It has been a great blessing for me to work on this project. It has allowed me to accomplish another piece of my new years resolution. Spoken as any mix engineer, sure there are a few things that I would like to change but now it’s over, too late, pressed into 1000 shiny CDs, wrapped in plastic awaiting a new home. All in all, I am confident that it is a great success and a good representaion of how our worship band sounds each Sunday. Great musicianship, quality singers and genuine love for our Creator and Savior. A lot of confident humility is allowed for those involved in this one. It is available on iTunes and is worth a listen. There are some magical moments on this album. Check it out!

Home Studio Acoustics 101. Section 4. Diffusion.

If you walk into a room, clap you hands and hear “ta-da-da-da” after the initial clap, what you are hearing is the delayed reflections arriving from the surrounding surfaces. These sometimes tiny short reflections are called “flutter echos”. These reflections are problematic in that they often cause frequency specific phase shifting and colorations that are not sought after in recording or good listening spaces. These reflections can be tamed with absorption materials or diffusors.


Diffusion is the process if scattering. Sound diffusors are hard devices that diffuse or scatter reflections in a different direction or in a different time than if unaltered. Scattering into a different direction makes sense because it interrupts the ping-pong like reflections between parallel surfaces. Delaying the reflections is helpful because it smooths out the delays into more of a unperceived short reverb and analogous sound. These time variances are generally very minute, typically only a difference of nano or milli-seconds. Once again these come in various forms and sizes and can also be designed with a little bit of ingenuity. Here is a pro studio with some major diffusion in the control room.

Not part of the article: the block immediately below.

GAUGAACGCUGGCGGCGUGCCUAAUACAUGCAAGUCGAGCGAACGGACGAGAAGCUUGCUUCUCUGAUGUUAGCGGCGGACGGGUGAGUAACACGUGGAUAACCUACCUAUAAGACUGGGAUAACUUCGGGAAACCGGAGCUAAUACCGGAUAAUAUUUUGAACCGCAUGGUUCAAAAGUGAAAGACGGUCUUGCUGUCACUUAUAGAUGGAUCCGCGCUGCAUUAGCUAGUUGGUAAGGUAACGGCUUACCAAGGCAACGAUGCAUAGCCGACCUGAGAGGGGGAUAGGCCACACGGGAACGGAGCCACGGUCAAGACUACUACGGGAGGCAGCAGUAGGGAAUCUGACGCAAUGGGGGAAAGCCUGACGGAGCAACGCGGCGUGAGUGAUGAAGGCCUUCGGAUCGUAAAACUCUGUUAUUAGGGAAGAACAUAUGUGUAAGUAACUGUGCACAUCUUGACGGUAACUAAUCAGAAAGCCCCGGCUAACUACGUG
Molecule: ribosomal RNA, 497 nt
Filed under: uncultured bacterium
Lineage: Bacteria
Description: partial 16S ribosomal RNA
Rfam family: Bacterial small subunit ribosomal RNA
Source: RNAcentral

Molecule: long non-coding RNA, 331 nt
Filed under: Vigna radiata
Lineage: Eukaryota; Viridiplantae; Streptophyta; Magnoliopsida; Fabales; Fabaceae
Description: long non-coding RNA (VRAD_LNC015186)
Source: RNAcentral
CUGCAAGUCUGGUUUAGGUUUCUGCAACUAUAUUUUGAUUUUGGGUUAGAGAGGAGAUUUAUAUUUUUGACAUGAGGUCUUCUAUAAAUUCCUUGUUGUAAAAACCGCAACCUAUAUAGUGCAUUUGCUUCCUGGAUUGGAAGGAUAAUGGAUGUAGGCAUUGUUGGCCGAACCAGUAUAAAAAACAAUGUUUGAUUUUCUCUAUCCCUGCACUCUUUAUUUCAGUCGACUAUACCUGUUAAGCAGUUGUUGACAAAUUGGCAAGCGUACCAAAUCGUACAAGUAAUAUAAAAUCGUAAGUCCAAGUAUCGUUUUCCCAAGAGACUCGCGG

A simple example of a diffusor is a book shelf stocked with books of varying depths. These varying depths allow an uneven surface that allows the sound hitting them to return not only in different directions but subtle time differences as well. Log cabin style walls are also diffusive due to their rounded shapes.